Health on the Frontlines: Where We Are with COVID Today

Novel coronavirus disease 2019-nCoV Hand held pills bottle for COVID treatment
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COVID — it’s not over but hope is here. The original alpha variant, the COVID-19 virus that was first reported in Wuhan, China, has subsided and new delta variants have become the dominant strains.

The vaccines and boosters we currently have make antibodies for the original alpha variant, therefore we are seeing more breakthrough cases in vaccinated populations. Even though vaccinated people are getting infected and can infect others, vaccines continue to dramatically reduce hospitalizations and death. The reality is that vaccines put pressure on viruses to mutate as viruses want to survive and evade the antibodies created to stop them. This is why we update the influenza vaccine every year to combat the new annual emerging strains. New vaccines will be needed to combat the new emerging COVID variants. Vaccines alone cannot stop a pandemic or reduce hospitalizations and death.

The coronavirus infection has an early replication phase where it rapidly multiplies the first three to five days and then as an inflammatory phase that can cause inflammatory fluid to accumulate in the lungs and makes it hard to breathe. The amazing Regeneron COVID antibodies created in New York by George Yancopoulos MD, Ph.D and Dr. Christos Kyratsous Ph.D (both Columbia University graduates), have been amazing in stopping hospitalizations and death when given immediately within days after infection.

Other amazing oral antivirals like Molnipiravir, which blocks all variants of coronavirus, goes before the FDA on November 30, 2021 for a decision on emergency use. The U.K. has already approved it and Indian clinical trials have had great results cutting hospitalizations and deaths by 50%. The drug was invented by Dr. George Painter of Emory University and licensed by Ridgeback Therapeutics of Miami. The person who partnered with them to bring it to market and make it a reality is Dr. Nick Kartsonis; senior vice president of infectious diseases at Merck. Many scientists agree this pill will be a game changer. Taken for five days in the early phase, it will save millions of lives around the world. Like AIDS that decades later has no effective vaccines, a cocktail of oral antivirals created by Dr. Ho, currently at Columbia University, has saved millions from death and suffering. Taking a pill just as we take Tamiflu for influenza to stop COVID will change everything.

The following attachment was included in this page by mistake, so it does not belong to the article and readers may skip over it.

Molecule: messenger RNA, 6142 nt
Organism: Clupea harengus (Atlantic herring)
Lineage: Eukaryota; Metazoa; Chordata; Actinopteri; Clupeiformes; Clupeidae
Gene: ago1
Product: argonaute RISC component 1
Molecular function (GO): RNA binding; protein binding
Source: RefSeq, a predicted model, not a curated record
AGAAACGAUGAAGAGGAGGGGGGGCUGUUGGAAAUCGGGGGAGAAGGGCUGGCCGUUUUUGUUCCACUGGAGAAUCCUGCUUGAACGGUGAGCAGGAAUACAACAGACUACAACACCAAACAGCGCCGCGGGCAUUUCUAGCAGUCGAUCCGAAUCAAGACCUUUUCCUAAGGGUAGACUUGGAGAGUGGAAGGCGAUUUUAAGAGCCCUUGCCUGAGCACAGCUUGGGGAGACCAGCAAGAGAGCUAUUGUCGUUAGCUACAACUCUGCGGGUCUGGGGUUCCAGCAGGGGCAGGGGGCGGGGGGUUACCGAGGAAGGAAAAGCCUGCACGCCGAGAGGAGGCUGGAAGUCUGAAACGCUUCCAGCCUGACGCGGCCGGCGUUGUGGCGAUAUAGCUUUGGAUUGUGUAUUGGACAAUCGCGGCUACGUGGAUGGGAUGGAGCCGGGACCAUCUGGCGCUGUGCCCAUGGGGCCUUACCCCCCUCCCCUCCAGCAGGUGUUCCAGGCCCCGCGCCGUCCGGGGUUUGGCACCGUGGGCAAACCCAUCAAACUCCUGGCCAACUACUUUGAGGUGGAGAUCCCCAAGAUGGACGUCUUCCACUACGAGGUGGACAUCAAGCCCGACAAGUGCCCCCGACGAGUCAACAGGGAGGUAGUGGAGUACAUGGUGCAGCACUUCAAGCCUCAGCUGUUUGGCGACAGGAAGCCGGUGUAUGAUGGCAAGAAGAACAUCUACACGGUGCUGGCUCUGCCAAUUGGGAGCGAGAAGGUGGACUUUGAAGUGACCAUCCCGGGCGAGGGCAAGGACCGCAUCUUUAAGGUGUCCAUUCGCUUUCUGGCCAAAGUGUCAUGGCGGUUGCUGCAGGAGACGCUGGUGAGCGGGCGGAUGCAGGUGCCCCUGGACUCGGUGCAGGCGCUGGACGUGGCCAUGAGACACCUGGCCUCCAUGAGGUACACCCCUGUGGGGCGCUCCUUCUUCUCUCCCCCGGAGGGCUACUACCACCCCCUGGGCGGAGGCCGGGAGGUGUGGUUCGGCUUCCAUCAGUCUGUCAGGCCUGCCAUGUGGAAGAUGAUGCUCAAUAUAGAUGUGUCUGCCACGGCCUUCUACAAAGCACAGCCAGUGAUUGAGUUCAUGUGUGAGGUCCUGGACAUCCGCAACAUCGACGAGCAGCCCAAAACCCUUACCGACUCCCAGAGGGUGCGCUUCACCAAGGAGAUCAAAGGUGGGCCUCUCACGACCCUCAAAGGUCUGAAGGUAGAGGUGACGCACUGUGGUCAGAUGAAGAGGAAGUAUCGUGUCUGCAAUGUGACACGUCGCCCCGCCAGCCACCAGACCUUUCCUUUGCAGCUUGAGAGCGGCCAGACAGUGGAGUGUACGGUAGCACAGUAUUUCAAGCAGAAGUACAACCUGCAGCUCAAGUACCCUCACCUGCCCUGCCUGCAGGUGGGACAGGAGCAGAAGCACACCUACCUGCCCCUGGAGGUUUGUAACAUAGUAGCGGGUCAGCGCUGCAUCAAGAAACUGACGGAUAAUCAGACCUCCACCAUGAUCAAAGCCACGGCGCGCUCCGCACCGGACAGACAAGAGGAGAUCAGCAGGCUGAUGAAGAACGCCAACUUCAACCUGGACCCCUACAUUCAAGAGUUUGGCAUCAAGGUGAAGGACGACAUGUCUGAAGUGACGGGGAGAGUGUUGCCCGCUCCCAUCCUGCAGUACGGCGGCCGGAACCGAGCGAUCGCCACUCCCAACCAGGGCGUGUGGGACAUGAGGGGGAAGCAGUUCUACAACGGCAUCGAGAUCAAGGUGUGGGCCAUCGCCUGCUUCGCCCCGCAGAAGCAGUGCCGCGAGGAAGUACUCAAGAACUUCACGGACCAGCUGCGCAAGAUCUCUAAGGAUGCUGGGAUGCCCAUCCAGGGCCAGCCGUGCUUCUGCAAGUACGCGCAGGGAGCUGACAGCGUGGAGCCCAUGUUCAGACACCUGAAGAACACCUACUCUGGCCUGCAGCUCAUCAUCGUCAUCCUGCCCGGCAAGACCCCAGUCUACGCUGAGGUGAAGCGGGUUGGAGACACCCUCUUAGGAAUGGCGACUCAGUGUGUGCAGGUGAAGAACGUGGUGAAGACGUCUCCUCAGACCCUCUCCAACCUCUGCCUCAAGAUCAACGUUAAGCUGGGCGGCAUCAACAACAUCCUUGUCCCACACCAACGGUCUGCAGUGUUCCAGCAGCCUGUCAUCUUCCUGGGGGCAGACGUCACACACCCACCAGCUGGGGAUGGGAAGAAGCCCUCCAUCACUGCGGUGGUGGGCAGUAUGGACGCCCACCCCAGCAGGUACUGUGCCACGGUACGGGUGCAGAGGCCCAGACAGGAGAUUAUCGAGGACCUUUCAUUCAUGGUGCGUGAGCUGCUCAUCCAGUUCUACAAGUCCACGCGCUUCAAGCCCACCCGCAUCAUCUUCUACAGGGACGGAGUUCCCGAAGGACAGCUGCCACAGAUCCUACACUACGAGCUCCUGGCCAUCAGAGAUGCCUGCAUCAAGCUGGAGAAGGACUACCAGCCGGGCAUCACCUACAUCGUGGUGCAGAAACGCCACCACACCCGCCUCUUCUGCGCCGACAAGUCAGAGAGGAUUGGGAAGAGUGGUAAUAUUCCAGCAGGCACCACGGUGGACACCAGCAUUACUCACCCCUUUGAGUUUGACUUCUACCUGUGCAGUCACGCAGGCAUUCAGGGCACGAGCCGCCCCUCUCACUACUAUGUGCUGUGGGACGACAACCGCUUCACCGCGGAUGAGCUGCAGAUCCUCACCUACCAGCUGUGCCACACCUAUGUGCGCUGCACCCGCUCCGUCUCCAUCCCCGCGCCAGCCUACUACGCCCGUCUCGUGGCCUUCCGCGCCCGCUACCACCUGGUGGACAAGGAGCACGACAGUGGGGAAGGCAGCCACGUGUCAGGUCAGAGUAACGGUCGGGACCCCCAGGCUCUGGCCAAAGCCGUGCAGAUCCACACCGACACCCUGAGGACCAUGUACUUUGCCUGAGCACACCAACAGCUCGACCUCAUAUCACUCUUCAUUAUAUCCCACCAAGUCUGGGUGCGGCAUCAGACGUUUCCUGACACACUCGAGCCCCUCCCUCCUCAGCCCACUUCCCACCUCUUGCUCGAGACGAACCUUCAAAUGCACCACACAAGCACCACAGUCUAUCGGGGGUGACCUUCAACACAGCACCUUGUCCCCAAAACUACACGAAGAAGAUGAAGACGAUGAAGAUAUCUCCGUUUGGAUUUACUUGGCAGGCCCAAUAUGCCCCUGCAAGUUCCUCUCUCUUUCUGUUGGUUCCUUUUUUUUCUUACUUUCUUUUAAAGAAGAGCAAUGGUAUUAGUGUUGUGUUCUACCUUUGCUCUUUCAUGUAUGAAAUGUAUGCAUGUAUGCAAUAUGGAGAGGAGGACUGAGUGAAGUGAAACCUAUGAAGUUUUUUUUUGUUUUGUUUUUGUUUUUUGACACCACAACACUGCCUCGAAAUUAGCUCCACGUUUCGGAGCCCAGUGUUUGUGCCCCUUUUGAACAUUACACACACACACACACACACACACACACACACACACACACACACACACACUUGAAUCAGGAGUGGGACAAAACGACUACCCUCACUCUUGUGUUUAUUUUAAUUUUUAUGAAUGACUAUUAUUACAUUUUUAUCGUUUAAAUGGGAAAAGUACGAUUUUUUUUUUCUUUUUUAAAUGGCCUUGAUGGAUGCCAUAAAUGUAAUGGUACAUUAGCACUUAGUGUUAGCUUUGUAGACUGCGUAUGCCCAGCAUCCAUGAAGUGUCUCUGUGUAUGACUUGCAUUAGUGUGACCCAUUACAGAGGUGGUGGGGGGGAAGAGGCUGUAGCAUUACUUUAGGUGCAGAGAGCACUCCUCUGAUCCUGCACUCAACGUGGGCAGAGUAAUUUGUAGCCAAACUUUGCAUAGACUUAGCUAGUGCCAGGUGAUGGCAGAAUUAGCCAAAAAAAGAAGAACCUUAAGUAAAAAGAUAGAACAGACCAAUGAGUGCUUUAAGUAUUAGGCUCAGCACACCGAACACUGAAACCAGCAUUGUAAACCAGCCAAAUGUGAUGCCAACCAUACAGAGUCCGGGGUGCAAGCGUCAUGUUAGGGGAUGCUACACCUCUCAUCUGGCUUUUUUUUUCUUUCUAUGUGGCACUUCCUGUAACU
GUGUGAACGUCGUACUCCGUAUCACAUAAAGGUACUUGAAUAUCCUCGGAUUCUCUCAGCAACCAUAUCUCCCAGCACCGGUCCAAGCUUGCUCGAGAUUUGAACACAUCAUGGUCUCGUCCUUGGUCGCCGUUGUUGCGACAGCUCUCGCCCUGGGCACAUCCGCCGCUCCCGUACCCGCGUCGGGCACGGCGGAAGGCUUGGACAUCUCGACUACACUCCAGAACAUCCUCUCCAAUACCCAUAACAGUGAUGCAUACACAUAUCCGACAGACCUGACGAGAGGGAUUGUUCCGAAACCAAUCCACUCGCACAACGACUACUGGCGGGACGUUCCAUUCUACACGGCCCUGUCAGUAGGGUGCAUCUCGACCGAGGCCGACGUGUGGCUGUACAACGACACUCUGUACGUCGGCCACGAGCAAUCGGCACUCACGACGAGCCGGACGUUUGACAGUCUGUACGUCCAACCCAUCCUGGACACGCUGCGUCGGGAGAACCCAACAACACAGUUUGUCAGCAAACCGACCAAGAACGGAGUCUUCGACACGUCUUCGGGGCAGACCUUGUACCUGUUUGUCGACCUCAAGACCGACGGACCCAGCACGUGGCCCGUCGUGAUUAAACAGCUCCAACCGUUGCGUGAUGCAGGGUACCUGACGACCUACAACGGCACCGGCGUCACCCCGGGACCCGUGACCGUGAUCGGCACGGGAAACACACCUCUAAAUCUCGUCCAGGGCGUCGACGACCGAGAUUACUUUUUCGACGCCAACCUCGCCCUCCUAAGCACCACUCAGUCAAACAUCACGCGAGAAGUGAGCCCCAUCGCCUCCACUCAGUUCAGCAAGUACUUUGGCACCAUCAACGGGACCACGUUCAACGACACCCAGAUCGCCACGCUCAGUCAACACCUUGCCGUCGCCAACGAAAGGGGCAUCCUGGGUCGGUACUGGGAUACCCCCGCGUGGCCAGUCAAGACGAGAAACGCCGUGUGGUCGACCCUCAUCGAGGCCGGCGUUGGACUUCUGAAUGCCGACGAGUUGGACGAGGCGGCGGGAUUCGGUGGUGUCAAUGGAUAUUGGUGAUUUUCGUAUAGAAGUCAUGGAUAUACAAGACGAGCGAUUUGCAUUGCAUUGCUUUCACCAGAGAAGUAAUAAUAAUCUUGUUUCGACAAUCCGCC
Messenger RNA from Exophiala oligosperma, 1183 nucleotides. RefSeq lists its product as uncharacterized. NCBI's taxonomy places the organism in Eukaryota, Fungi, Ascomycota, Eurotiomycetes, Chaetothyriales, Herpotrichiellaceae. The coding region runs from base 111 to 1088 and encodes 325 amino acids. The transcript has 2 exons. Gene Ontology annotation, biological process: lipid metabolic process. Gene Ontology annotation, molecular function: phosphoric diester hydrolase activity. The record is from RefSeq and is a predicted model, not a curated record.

We also need better blood tests to tell us if we are immune to COVID if we have already had it. Just like we must show measles and rubella titers to enroll our children in schools and camps. The 120 million who had COVID in the U.S. one day may be able to show blood test evidence of immunity.

The pandemic is not over and as the holidays approach and people gather and travel in tight indoor spaces, we will see an uptick in cases. The good news is that therapeutic oral antiviral pills and ready-made IV and injectable antibodies will dramatically reduce death rates and hospitalizations in the next few months. With faith, hope, love, science and common sense we will get through this together. Think positive and test negative. Enjoy the visit on the planet because it’s no dress rehearsal.

Peter Michalos, MD is associate professor of Clinical Ophthalmology, Columbia University Vagelos College of Physicians and Surgeons; Past President of Medical Staff and Past Chief of Surgery Southampton Hospital; Chairman Hamptons Health Society. He has been a resident of Southampton for three decades.

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